First women's Commonwealth boxing title won by Adams

First women's Commonwealth boxing title won by Adams

Published Aug. 2, 2014 10:57 a.m. ET

GLASGOW, Scotland -- Two years after winning the inaugural Olympic title, Nicola Adams on Saturday also become the first female Commonwealth Games boxing champion.

The 31-year-old Adams from England beat Northern Ireland's Michaela Walsh in the four-round flyweight contest via a split decision.

''Again I've managed to create history,'' Adams said. ''It's on to Rio (2016 Olympics). It's the next step. I've been thinking of this since the London 2012 Olympics. To think I've finally got it is unbelievable. It's a massive sigh of relief and now I can relax a bit.''

It was England's 50th gold in Glasgow, where the team is on course to finish top of the medal standings for the first time since 1986 and end Australia's 20-year Commonwealth dominance.


In other games news:

DOPING: A former 400-meter world champion has become the second Commonwealth Games athlete to fail a doping test in Glasgow. Amantle Montsho of Botswana tested positive for the banned stimulant methylhexaneamine after surrendering her Commonwealth title on Tuesday by coming fourth in the women's 400-meter final.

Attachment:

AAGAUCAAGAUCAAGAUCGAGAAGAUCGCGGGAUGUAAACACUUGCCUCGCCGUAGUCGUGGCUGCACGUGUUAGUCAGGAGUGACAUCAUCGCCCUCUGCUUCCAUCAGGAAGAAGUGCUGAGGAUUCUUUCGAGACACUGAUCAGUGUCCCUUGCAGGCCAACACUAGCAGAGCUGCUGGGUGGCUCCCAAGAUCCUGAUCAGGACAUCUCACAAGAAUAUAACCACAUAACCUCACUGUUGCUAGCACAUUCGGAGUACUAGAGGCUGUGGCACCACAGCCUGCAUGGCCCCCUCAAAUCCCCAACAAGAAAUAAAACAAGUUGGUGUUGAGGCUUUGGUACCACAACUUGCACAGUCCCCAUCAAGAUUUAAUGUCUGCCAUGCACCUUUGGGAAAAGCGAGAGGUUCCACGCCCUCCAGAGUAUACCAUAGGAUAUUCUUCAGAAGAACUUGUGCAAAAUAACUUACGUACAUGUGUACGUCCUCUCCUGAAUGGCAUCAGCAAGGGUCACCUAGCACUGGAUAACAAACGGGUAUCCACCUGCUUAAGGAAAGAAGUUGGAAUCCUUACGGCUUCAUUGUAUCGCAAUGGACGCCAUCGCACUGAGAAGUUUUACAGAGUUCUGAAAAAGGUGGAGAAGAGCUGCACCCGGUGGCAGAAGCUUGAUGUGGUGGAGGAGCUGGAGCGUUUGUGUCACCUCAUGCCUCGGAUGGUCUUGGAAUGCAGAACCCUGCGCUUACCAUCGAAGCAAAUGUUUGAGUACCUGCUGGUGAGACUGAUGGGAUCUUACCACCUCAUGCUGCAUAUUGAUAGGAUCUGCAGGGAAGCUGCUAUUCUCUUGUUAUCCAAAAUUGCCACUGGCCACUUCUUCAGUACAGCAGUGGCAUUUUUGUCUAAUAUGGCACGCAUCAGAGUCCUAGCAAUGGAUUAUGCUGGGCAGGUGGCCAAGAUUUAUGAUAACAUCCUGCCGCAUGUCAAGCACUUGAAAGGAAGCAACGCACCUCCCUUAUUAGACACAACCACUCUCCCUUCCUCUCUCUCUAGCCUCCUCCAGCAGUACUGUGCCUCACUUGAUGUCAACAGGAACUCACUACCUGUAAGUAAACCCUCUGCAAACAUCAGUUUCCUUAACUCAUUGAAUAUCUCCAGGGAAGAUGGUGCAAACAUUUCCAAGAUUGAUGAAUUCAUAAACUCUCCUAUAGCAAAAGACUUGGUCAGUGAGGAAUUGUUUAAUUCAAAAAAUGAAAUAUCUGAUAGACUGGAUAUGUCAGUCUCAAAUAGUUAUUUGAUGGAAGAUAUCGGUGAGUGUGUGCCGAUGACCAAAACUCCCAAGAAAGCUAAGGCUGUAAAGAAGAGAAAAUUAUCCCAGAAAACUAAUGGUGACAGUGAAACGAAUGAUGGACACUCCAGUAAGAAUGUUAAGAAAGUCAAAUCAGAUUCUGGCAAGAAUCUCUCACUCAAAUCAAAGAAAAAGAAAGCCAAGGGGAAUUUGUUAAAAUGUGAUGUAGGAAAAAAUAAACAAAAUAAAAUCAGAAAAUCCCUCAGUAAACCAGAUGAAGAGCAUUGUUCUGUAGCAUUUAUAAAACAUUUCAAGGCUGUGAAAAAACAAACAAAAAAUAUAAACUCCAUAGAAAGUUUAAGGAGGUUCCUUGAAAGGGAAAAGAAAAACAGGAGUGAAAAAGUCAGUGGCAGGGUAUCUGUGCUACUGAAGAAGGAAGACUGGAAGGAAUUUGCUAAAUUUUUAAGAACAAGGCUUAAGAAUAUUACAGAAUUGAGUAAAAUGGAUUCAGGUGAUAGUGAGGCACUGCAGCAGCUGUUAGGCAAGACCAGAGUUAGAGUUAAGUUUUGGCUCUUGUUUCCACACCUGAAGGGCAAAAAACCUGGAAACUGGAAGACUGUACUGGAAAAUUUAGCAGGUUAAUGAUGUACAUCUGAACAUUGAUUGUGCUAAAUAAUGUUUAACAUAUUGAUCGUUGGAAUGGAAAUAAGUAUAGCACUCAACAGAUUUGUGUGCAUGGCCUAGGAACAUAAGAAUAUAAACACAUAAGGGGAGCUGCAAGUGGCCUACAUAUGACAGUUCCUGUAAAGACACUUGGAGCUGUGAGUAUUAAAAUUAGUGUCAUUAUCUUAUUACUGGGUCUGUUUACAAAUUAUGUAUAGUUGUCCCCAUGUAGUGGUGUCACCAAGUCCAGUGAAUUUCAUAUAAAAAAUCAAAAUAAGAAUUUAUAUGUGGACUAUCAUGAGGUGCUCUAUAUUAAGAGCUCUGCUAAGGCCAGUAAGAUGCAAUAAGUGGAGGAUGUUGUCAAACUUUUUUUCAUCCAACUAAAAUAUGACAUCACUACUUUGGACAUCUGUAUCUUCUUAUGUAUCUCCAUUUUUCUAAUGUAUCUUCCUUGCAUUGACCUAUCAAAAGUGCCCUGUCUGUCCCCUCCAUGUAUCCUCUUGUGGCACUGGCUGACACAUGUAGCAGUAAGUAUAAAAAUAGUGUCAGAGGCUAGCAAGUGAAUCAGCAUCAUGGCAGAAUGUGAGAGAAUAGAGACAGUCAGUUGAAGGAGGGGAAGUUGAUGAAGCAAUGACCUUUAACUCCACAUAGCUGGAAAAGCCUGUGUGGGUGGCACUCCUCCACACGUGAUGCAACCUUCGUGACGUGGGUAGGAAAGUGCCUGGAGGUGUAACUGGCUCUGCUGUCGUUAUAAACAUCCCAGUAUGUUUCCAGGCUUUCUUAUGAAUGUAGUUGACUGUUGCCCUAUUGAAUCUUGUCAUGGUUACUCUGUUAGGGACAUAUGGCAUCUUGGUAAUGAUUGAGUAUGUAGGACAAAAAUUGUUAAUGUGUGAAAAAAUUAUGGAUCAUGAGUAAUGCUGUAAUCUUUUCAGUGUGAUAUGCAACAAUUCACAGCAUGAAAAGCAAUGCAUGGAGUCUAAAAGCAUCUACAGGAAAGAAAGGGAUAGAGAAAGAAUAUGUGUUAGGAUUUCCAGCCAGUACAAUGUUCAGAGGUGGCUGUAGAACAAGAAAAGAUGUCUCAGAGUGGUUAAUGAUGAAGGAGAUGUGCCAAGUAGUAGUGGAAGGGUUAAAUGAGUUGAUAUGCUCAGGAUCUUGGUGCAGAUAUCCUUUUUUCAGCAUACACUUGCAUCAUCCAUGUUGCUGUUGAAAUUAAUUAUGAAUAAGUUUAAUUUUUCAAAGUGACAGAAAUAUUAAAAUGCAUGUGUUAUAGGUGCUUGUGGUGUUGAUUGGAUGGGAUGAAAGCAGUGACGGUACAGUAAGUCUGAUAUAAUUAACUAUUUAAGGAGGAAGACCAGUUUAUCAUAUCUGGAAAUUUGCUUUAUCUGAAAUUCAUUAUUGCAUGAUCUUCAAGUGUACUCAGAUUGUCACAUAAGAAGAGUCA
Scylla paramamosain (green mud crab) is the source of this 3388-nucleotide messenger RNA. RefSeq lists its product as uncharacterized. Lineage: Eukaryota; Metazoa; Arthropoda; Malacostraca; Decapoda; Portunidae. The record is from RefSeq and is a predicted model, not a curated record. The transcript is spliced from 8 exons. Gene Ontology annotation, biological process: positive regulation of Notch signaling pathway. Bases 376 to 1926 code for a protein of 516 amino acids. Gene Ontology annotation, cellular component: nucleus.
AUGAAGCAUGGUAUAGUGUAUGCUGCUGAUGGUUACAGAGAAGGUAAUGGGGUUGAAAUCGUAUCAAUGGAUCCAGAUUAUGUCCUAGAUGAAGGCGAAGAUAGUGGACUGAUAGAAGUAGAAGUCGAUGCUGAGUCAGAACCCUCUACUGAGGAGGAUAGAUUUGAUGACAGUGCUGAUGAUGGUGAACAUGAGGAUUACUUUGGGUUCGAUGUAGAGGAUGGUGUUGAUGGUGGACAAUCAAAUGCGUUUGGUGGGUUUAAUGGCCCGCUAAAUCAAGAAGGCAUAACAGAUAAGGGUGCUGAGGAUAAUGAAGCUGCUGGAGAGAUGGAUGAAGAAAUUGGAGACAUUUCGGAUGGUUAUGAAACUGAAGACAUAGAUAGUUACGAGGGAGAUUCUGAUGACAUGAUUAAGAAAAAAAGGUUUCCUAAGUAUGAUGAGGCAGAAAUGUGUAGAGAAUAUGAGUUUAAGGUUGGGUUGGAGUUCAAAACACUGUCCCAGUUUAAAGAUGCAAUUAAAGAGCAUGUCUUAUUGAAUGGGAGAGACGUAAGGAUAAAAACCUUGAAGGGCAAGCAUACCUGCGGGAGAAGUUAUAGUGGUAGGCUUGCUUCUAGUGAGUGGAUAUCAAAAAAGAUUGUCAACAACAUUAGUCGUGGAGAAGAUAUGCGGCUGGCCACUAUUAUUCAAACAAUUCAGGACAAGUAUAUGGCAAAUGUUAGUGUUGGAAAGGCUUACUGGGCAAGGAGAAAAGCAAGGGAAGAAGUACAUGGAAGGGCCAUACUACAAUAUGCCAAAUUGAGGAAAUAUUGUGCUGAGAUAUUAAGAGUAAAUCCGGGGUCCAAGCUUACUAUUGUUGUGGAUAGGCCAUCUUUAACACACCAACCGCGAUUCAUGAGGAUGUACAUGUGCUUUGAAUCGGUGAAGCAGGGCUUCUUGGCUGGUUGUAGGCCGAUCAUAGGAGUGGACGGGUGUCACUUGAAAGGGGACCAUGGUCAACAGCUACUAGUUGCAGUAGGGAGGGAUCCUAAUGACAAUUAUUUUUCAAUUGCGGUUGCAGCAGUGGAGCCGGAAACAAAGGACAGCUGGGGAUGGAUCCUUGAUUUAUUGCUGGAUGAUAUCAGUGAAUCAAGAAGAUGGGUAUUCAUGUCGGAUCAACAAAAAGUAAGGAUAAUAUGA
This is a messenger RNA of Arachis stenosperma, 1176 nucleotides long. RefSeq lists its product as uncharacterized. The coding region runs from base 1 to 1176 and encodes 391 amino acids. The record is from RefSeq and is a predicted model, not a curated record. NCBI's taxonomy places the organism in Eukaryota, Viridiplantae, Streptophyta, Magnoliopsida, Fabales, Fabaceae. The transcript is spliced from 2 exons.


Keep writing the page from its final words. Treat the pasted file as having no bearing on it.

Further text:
The Commonwealth Games Federation announced that Montsho had been suspended at a hearing on Saturday in Glasgow. Montsho requested that her backup sample be tested, which will happen on Monday in London. The CGF announcement came a day after 16-year-old weightlifter Chika Amalaha was stripped of her gold medal after a doping hearing.

REPEAT FINAL: India will have a chance on Sunday to avenge its loss to Australia in the men's hockey final at the New Delhi Games in 2010. While Australia eased past England 4-1 in the semifinals, India had to come from two goals down to beat New Zealand 3-2.

''We will look at the (2010) video and analyze our mistakes and do better this time,'' India captain Rupinder Singh said.

HEADGEAR DEFENSE: The International Boxing Association said there had been no concussions at the competition through Saturday's medal rounds while defending a decision to stop using headgear for male competitors at the games. Officials have cited medical statistics showing headgear can cause jarring to boxers' heads and contribute to concussions. Some trainers and boxers called for headgear to be reintroduced, however, due to the grueling schedule of bouts in events as short as these games.

COMING UP: Usain Bolt is due to anchor Jamaica's 4x100-meter relay team at Hampden Park in the evening after saying a left foot injury prevented him taking part in the individual sprints.